ITC Update: Commission Agrees to Block Botox Competitor Based on Foreign Theft of Foreign Company’s Foreign Trade Secret
The ITC issued a Final Determination last week in Botulinum Toxin Products (Inv. 1145) finding a violation of Section 337 and issuing an exclusion order barring imports of Juveau, a newly introduced competitor for Botox cosmetic injections.
The case involved an unprecedented arrangement where one of the two complainants was the victim of an unfair act and the other was a domestic industry injured by import competition. The victim was Korea-based Medytox—a foreign company with no U.S. operations whose foreign trade secrets were stolen by another foreign company overseas. And the domestic industry was Botox-maker Alergan.
In his Initial Determination, an administrative law judge at the ITC accepted the co-complainants’ arrangement, found that respondent Daewoong misappropriated Medytox’s trade secrets thus injuring Alergan’s Botox business, and recommended an exclusion order lasting 10 years.
Earlier this year, R Street submitted comments criticizing the ALJ’s determination and urging the Commission not to issue an exclusion order on public interest grounds. Here’s part of that submission:
Central to the ALJ’s findings on standing and domestic industry was the existence of a “license agreement” between Medytox and Allergan. . . .
According to publicly available information, the agreement in question grants Allergan the sole right to distribute Medytox’s products outside Korea and Japan, a right for which Allergan paid at least $300 million. However, the purpose of that agreement was not to help Medytox market its products in the United States but to enable Allergan to prevent those products from entering the U.S. market as competition for Botox. We know this because the agreement was negotiated after Medytox developed a product in Korea they planned to introduce in the United States and because Allergan’s Botox was already dominant in the U.S. market. Allergan’s only reasonable motivation for this agreement was to limit competition for Botox.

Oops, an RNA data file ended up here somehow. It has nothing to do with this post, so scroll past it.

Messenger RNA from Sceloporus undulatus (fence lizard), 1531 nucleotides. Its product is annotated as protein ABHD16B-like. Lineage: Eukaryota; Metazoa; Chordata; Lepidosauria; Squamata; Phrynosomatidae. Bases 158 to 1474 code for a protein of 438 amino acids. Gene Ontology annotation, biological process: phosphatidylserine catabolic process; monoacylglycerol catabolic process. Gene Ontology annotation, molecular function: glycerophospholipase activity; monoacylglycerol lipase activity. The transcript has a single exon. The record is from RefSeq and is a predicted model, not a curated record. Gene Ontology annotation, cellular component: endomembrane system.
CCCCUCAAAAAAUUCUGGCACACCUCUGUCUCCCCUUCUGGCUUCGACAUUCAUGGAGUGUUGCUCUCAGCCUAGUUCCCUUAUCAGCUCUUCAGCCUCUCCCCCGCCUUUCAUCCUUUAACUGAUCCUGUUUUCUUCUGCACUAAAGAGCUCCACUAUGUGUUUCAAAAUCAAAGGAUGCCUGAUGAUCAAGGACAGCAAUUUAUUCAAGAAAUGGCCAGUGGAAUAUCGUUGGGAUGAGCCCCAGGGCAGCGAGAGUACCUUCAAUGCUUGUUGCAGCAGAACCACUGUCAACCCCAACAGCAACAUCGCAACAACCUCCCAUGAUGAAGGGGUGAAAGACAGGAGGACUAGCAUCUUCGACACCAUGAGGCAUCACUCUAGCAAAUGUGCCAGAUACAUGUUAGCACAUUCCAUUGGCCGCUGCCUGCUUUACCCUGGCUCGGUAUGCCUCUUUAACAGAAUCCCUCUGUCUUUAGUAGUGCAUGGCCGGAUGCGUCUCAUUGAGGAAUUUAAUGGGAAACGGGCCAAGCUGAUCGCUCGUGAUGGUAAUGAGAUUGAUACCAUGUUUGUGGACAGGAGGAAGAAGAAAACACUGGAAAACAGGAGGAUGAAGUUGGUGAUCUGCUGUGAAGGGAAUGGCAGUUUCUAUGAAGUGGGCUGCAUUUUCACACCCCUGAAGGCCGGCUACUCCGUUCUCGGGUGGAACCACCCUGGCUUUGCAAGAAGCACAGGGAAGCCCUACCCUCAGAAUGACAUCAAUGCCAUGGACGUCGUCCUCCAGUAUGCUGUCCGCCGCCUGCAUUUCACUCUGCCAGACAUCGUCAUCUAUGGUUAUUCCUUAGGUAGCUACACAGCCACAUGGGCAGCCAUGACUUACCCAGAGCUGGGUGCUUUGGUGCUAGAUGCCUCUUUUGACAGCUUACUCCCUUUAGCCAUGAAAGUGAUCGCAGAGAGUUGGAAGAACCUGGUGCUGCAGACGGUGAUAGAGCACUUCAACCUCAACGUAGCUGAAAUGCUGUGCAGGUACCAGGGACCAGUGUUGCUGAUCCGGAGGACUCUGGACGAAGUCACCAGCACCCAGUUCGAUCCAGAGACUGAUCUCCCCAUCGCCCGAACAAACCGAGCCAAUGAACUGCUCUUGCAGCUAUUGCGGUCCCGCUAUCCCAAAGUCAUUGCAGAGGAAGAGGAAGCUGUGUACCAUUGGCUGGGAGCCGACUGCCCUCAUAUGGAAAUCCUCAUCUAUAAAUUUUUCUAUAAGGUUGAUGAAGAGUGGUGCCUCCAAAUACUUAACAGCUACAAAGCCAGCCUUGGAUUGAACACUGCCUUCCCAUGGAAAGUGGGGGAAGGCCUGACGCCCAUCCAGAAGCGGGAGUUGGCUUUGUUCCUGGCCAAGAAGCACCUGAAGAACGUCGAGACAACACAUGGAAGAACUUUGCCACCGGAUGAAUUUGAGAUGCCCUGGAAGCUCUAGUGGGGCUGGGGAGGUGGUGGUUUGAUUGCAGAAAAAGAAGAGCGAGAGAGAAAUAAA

. . .
If the Commission accepts the ALJ’s determination that a market allocation agreement between Allergan and Medytox counts as a “license” sufficient to tie Allergan’s domestic industry to Medytox’s foreign grievance, then we urge the Commission to recognize the harm the recommended remedy will cause for competitive conditions in the United States and on American consumers.
Blocking imports of the accused product will cement Botox’s ill-gotten market dominance, will leave American consumers with less choice and higher prices, and will fail to further in any way the enforcement of U.S. intellectual property or to protect the legitimate interest of an aggrieved domestic industry.
On review, the Commission affirmed all of the ALJ’s conclusions except one (on whether a physical sample of the toxin strain is a protectable trade secret) and shortened the exclusion period significantly from 10 years to 21 months.
We won’t know the Commission’s full reasoning until a public version of the Commission Opinion is published, but the decision to affirm the initial determination on standing and domestic industry sets a troubling precedent. The agency appears to be setting itself up as a global trade secret cop willing to block imports that pose no harm to the U.S. economy or American innovation.